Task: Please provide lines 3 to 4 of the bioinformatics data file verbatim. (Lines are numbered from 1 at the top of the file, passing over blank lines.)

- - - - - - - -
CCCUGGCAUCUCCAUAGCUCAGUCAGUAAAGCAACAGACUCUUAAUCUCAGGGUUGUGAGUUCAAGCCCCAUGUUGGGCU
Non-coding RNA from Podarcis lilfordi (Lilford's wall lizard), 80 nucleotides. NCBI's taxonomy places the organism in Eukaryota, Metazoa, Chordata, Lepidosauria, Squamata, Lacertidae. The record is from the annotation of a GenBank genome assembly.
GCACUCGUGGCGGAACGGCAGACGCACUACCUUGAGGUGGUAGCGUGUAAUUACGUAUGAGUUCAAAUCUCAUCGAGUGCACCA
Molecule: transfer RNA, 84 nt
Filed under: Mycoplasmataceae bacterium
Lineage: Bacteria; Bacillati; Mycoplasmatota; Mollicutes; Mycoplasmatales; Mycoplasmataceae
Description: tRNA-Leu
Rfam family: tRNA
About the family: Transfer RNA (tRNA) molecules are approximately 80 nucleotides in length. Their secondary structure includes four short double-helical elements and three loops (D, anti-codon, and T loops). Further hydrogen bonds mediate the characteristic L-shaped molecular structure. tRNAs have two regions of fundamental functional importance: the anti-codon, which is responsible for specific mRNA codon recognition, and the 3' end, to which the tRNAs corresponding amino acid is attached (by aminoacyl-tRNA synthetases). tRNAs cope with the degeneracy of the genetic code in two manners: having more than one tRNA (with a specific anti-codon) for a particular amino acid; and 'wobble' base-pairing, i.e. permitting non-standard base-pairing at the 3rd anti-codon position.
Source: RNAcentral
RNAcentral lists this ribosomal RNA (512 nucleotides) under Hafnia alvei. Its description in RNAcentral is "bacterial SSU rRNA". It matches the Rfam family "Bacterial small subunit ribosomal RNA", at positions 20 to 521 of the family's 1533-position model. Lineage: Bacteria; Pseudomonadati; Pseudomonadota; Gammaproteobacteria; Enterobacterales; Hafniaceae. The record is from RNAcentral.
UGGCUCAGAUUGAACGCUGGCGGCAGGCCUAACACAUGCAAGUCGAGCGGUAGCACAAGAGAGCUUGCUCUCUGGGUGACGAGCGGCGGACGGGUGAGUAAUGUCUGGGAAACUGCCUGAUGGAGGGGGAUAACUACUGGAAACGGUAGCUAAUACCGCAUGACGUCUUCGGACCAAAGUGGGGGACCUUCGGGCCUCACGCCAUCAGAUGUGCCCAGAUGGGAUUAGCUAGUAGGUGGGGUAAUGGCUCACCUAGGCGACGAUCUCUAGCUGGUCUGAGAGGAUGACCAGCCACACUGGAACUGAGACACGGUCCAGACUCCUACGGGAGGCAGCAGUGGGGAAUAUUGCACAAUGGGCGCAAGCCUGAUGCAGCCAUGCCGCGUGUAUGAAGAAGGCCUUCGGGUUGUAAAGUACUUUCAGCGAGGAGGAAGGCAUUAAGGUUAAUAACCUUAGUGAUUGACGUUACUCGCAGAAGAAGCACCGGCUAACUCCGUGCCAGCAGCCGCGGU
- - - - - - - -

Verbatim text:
GCACUCGUGGCGGAACGGCAGACGCACUACCUUGAGGUGGUAGCGUGUAAUUACGUAUGAGUUCAAAUCUCAUCGAGUGCACCA
Molecule: transfer RNA, 84 nt